C++ API and ML Library integration

I am building an app that requires a GPU database and Omni-sci seems to fit the bill quite well, I’ve only just started looking into Omni-Sci and am still at the stage of feeling overwhelmed with all the new information. I’m looking for some advice to help focus my efforts in the right direction.

I have a C++ Server and am looking for a way to interact with Omni Sci using C++
Ideally, I would like my C++ server to completely control all interactions with OmniSci. There will be no direct user interaction with the database. I would like the server to be able to:
create/delete databases,
create/alter/delete tables,
setup schemas/indexes(if these are used),
run queries,
extract query results
I would also like to send functions as part of the queries, I am led to believe that the LLVM compiler might allow this but I’m not sure how exactly that would work yet.

My server also sends workloads to a C++ PyTorch API, so I would like to be able to access data from OmniSci to send to my PyTorch library. The simple way to do this would be to query for some data and then send the query results to my ML libraries, but I get the feeling there might be a way to leverage Arrow and do a non-copy transfer of data to my ML Libraries.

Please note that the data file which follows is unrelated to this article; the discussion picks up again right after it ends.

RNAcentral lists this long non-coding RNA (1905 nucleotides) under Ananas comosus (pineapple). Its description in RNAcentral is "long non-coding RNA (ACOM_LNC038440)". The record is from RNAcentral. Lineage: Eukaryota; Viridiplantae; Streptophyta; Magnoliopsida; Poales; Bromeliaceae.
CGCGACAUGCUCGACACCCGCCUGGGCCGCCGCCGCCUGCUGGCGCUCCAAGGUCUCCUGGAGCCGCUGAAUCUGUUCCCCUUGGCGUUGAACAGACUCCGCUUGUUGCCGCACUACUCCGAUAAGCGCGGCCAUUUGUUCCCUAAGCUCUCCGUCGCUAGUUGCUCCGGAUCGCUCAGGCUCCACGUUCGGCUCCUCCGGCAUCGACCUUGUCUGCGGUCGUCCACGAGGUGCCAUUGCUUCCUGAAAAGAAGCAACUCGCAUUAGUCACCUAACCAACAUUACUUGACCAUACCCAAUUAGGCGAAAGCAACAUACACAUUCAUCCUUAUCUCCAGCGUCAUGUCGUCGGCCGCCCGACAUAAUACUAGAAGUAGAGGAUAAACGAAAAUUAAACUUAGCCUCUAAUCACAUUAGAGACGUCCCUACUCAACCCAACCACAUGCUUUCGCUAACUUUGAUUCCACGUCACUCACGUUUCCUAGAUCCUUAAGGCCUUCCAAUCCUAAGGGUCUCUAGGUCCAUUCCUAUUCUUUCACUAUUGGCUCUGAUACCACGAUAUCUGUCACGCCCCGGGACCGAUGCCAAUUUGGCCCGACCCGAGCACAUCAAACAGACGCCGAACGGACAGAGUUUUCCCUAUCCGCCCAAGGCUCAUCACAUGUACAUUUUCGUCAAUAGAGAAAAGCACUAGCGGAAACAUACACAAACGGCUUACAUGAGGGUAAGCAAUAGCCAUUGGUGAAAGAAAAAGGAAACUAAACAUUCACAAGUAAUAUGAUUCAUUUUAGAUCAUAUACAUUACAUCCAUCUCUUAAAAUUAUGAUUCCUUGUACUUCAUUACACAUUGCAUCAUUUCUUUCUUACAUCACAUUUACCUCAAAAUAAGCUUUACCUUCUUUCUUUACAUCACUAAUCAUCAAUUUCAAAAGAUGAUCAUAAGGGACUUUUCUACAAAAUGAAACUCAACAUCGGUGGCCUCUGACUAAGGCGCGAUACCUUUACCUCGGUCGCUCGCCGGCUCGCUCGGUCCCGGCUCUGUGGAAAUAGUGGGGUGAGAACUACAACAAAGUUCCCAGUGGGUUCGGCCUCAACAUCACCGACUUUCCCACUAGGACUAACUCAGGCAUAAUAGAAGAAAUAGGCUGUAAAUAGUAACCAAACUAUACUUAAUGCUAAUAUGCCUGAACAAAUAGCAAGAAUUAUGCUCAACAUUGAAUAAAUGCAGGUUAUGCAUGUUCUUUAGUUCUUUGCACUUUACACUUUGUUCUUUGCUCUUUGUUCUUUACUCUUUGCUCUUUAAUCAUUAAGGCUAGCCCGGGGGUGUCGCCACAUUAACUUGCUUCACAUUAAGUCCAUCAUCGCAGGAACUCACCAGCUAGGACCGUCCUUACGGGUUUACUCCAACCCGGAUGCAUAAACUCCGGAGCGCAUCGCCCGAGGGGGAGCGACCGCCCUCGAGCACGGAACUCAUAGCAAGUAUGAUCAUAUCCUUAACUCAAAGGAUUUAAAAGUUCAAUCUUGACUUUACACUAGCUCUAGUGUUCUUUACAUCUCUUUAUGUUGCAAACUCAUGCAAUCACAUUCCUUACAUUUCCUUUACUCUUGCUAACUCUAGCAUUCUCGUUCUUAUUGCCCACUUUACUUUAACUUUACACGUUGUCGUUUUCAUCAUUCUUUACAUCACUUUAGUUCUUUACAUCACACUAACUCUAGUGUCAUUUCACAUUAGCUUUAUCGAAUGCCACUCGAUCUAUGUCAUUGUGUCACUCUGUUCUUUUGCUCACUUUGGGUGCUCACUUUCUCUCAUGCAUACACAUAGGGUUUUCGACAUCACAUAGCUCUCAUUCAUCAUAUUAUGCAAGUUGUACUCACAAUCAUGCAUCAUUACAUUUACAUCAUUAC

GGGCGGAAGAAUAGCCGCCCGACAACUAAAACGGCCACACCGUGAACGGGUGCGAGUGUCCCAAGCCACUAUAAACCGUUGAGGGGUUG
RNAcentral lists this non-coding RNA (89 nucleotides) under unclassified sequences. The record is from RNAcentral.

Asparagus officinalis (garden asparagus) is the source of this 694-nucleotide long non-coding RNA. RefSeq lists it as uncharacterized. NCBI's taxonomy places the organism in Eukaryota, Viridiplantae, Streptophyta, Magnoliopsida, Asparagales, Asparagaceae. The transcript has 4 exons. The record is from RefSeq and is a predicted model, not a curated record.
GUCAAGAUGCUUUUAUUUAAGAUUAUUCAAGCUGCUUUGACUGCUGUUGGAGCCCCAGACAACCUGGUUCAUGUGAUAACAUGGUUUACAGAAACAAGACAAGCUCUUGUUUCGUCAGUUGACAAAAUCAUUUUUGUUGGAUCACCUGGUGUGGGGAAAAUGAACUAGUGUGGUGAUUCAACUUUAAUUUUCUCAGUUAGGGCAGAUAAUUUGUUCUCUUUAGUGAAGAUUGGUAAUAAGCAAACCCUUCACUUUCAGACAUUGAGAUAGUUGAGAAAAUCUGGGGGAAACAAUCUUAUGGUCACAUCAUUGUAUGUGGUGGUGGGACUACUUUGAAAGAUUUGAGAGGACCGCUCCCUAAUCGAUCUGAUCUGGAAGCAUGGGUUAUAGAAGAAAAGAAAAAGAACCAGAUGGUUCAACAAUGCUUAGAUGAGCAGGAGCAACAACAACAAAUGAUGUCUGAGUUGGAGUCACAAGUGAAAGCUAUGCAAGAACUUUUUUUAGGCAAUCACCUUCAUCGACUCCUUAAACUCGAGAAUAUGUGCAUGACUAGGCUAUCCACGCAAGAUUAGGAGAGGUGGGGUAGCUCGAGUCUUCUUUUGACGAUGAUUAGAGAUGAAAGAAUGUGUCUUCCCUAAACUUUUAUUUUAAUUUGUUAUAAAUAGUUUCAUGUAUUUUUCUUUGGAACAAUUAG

My question is how much of the above requirements could be achieved by using pre-existing APIs or connectivity like Thrift. And if so what do I need to look into. Do you have any dedicated C++ API’s

What if any of the above would require me to work directly with the OmniSci source code, which id like to avoid if I can.

Any information that helps clear up my thoughts would be greatly appreciated.


You can do everything you need using a c++ thrift layer; all needed should be in the dependencies needed to compile the server.

You can find examples in some languages in this subdirectory.

particularly in

About sending functions, I’m not sure you can do it using C++, but you can do something using python and the RBC project; check out this example.

euclidean.ipynb · GitHub.

or you can use UDFs (not at runtime)

You can also define UDTFs on C++, but it’s undocumented, and I’m not sure it is already in the master, but if needed, I can resemble an example.

On Arrow, you are right; you can run a query locally to the machine and get an ADF (and recently you can do this remotely, but it’s obviously slow; if interested, take a look at this blog written recently by Joel Clay); while the examples are written in python, they are likely based on a trifht c++ endpoint.

I used GPU Data Frames in python using a pymapd connector, and they are quite effective, so you would get too much to use them on a C++ server.

Except for the C++ UDTFs, anything I wrote about, is usable without the need of compiling the OmniSci Database right now.

I hope I replied in a satisfactory way to your questions.